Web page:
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Why can’t I just let people help me? I wondered.
I laid flat on my stomach. The floor felt cool against my cheek. My eyes followed the tight vertical lines weaving the grain pattern in our golden oak floors.
Placing my palms flat on the floor, I tried to push my body up into a knee plank. Before I could slide one knee forward, my back fired a spasm. The muscles contracting sent me face down again, and a single tear rolled out of my eye.
“Don’t try to move yet. I told you I’ve got it,” my husband said from somewhere in the house. The sound of his voice bouncing off the walls above me.
Earlier in the day, I had scrubbed, mopped, dusted, and vacuumed the house in preparation for hosting the holidays. There were tell-tale signs along my journey from room to room indicating I had overdone it. Rather than taking a break or asking for a hand, I ignored pain traveling from my sciatic nerve, the familiar twinge telling me to back off.
The next sound I heard was the high-pitched squeal of the vacuum, then a whoosh of suction. I couldn’t figure out where he was vacuuming because there was no vibration on the floor.
I started to wiggle my body like a worm toward the noise. Turning my head to the side, I saw my husband vacuuming our barn wood dining room table.
If I hadn’t thrown out my back would I have chosen vacuuming as the method to clean the dining room table? No. Was it effective? Yes. But more importantly, did my husband seem to mind helping? Not at all.
As my thoughts swirled along with the rhythm of the vacuum motor, I allowed my mind to get lost in the sound. In that quiet moment I realized it wasn’t that people around me didn’t want to pitch in—it’s that I was more effective at pushing them away.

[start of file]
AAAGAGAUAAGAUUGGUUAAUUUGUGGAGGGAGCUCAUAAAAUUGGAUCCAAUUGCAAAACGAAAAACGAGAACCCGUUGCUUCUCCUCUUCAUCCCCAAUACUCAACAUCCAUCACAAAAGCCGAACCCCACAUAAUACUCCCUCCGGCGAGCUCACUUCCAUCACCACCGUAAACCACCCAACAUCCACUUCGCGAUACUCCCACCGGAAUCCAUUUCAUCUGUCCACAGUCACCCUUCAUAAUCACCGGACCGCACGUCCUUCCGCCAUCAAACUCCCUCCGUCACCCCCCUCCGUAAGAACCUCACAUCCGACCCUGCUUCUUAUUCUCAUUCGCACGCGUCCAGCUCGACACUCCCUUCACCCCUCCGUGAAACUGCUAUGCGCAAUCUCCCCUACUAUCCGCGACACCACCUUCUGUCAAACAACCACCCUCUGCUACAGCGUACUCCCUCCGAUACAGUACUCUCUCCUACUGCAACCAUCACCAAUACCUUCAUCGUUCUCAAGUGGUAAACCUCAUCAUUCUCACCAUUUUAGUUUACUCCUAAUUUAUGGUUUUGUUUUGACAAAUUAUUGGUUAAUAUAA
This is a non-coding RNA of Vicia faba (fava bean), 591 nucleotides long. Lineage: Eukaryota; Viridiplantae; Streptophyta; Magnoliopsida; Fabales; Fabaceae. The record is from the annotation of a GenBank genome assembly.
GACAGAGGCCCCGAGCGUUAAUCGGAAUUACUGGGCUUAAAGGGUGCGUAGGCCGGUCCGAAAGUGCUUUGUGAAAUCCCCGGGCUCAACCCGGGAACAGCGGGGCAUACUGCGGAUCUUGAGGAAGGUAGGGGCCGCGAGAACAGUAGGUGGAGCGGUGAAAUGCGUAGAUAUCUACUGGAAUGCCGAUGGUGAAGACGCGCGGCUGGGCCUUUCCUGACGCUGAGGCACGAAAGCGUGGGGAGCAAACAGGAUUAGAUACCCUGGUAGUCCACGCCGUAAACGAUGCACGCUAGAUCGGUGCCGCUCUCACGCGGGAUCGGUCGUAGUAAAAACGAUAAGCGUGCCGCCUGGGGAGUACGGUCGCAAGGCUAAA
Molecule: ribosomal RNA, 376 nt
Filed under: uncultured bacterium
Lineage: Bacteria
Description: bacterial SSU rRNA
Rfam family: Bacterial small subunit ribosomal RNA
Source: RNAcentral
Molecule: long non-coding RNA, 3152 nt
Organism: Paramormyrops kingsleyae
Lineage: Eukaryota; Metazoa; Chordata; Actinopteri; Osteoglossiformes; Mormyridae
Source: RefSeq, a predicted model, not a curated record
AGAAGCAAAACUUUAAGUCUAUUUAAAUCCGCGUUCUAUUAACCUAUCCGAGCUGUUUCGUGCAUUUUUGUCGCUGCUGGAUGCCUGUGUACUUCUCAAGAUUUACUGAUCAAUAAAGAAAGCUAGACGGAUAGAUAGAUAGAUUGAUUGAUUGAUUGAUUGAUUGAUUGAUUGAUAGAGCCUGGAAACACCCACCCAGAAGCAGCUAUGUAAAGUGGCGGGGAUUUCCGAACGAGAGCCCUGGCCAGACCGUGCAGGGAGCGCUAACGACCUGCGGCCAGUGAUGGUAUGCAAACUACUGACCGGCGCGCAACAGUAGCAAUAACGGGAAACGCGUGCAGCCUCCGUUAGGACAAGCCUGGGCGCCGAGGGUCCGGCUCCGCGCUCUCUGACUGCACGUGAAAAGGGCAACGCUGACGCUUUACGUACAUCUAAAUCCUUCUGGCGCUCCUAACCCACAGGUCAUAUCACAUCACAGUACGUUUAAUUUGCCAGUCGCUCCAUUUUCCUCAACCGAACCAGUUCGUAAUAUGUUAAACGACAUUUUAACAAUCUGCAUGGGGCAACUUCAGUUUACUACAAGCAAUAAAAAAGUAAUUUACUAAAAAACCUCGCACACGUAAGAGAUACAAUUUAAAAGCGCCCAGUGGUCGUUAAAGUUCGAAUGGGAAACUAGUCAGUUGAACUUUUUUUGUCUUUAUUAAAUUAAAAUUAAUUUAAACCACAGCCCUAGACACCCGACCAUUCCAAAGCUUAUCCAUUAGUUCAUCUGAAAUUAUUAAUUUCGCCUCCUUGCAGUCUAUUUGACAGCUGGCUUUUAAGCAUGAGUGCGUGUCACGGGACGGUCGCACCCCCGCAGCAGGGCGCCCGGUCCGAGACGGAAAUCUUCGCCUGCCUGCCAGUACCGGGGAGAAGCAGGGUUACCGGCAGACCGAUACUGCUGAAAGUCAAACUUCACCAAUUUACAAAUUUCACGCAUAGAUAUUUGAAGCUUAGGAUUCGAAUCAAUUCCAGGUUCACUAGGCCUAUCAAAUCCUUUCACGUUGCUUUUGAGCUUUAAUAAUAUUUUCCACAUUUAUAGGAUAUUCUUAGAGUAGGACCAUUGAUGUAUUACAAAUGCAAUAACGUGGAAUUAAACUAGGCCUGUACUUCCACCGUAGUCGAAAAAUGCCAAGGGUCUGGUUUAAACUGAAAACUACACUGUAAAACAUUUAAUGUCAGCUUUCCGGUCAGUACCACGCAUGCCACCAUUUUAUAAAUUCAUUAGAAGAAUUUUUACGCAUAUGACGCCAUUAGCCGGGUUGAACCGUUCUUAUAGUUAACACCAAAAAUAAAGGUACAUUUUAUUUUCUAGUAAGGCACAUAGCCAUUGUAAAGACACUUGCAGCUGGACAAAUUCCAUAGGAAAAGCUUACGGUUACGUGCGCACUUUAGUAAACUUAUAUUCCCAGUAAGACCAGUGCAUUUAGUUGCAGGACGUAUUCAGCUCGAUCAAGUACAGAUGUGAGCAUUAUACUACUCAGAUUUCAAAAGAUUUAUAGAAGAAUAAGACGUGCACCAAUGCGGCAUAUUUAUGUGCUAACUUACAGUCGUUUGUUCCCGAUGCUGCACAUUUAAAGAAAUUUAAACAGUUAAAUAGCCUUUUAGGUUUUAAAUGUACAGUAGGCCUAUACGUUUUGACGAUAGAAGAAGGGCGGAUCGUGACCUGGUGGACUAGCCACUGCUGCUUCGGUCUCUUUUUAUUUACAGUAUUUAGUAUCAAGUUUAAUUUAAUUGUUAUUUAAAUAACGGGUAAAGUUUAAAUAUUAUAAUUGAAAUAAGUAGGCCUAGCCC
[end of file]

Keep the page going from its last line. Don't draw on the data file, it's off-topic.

Refusing help, even when I really needed it.
“Some people aren’t good at asking for help because they’re so used to being ‘the helper’. Throughout their life they’ve experienced an unbalanced give and take, so their instinct is usually, ‘I’ll figure it out on my own.’ The self reliance is all they’ve ever known.” ~ Toni Tone
I certainly grew up with the belief that the less I asked for help, the better. Generally speaking, when it came to emotional support the only consistency was how inconsistent the response would be. There was no guarantee how someone would react if I truly needed something. Avoidance became my default.
I won’t dive into personal circumstances that cemented this concept in my mind, but I do know I am not alone. I have come to understand through meeting people, both professionally and personally, that insecure attachments created during our childhoods create fallacies many of us hold onto as adults:
>> I am fiercely independent and I don’t need anyone to help.
>> Asking for help is a sign of weakness.
>> At a later date someone who helped me might hold it over my head.
>> I am a burden when I need help.
>> Seeking support could shift the dynamic (dysfunctional or not) in relationships if I am not always the one coming to other’s aid.
>> I’ll seem needy or high maintenance.
The first step in breaking this cycle of thinking is awareness. Questioning ourselves as to why we won’t ask others to assist, or unpacking fears we hold about accepting help, is crucial in poking holes in misconceptions that have been ingrained in us.
Once we’ve successfully challenged these old misbeliefs and begin accepting help, the more we have to offer others.
As I barrel-rolled onto my side before attempting to climb to my feet, I took my husband’s helping hand on the way up. I vowed this would be the last time I found myself in this position—physically and figuratively.
P.S. The dining room table looks great. Thanks for the help.
“Until we can receive with an open heart, we are never really giving with an open heart. When we attach judgment to receiving help, we knowingly or unknowingly attach judgment to giving help.” ~ Brene Brown